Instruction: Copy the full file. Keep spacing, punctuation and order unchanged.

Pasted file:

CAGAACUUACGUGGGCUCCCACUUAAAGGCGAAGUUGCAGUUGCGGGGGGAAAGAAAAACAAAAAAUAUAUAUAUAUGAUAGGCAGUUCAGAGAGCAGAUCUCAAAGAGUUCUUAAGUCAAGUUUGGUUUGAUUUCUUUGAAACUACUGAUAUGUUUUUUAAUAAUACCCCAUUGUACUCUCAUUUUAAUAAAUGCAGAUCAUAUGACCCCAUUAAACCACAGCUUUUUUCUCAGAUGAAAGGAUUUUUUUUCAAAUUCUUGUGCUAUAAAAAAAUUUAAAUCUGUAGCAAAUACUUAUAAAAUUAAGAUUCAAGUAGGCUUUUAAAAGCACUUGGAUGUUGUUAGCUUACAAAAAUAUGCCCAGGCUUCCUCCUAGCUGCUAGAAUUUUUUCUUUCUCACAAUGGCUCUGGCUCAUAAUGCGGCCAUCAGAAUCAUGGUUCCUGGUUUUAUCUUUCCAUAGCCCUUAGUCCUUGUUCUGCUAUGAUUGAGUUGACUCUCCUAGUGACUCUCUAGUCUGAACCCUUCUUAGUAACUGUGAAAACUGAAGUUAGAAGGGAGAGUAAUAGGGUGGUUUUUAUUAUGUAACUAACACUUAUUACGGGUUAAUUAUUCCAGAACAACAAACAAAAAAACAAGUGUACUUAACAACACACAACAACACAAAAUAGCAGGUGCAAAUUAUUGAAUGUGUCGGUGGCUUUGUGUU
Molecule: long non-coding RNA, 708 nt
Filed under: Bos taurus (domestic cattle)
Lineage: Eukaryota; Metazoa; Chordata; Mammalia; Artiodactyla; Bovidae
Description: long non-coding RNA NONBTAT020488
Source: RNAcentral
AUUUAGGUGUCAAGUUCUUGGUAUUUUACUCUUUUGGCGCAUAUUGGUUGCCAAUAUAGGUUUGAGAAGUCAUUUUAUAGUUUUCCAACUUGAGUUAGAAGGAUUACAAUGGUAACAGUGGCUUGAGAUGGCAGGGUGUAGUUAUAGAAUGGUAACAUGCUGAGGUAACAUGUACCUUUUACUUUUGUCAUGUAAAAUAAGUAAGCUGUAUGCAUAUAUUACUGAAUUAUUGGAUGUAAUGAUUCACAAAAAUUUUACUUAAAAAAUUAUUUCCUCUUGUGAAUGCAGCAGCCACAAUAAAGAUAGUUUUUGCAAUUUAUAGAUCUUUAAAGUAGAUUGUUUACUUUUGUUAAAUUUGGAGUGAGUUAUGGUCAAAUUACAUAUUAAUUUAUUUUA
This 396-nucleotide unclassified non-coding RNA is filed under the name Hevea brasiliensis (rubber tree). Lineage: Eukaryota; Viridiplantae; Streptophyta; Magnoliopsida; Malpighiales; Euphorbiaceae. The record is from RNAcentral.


CAGAACUUACGUGGGCUCCCACUUAAAGGCGAAGUUGCAGUUGCGGGGGGAAAGAAAAACAAAAAAUAUAUAUAUAUGAUAGGCAGUUCAGAGAGCAGAUCUCAAAGAGUUCUUAAGUCAAGUUUGGUUUGAUUUCUUUGAAACUACUGAUAUGUUUUUUAAUAAUACCCCAUUGUACUCUCAUUUUAAUAAAUGCAGAUCAUAUGACCCCAUUAAACCACAGCUUUUUUCUCAGAUGAAAGGAUUUUUUUUCAAAUUCUUGUGCUAUAAAAAAAUUUAAAUCUGUAGCAAAUACUUAUAAAAUUAAGAUUCAAGUAGGCUUUUAAAAGCACUUGGAUGUUGUUAGCUUACAAAAAUAUGCCCAGGCUUCCUCCUAGCUGCUAGAAUUUUUUCUUUCUCACAAUGGCUCUGGCUCAUAAUGCGGCCAUCAGAAUCAUGGUUCCUGGUUUUAUCUUUCCAUAGCCCUUAGUCCUUGUUCUGCUAUGAUUGAGUUGACUCUCCUAGUGACUCUCUAGUCUGAACCCUUCUUAGUAACUGUGAAAACUGAAGUUAGAAGGGAGAGUAAUAGGGUGGUUUUUAUUAUGUAACUAACACUUAUUACGGGUUAAUUAUUCCAGAACAACAAACAAAAAAACAAGUGUACUUAACAACACACAACAACACAAAAUAGCAGGUGCAAAUUAUUGAAUGUGUCGGUGGCUUUGUGUU
Molecule: long non-coding RNA, 708 nt
Filed under: Bos taurus (domestic cattle)
Lineage: Eukaryota; Metazoa; Chordata; Mammalia; Artiodactyla; Bovidae
Description: long non-coding RNA NONBTAT020488
Source: RNAcentral
AUUUAGGUGUCAAGUUCUUGGUAUUUUACUCUUUUGGCGCAUAUUGGUUGCCAAUAUAGGUUUGAGAAGUCAUUUUAUAGUUUUCCAACUUGAGUUAGAAGGAUUACAAUGGUAACAGUGGCUUGAGAUGGCAGGGUGUAGUUAUAGAAUGGUAACAUGCUGAGGUAACAUGUACCUUUUACUUUUGUCAUGUAAAAUAAGUAAGCUGUAUGCAUAUAUUACUGAAUUAUUGGAUGUAAUGAUUCACAAAAAUUUUACUUAAAAAAUUAUUUCCUCUUGUGAAUGCAGCAGCCACAAUAAAGAUAGUUUUUGCAAUUUAUAGAUCUUUAAAGUAGAUUGUUUACUUUUGUUAAAUUUGGAGUGAGUUAUGGUCAAAUUACAUAUUAAUUUAUUUUA
This 396-nucleotide unclassified non-coding RNA is filed under the name Hevea brasiliensis (rubber tree). Lineage: Eukaryota; Viridiplantae; Streptophyta; Magnoliopsida; Malpighiales; Euphorbiaceae. The record is from RNAcentral.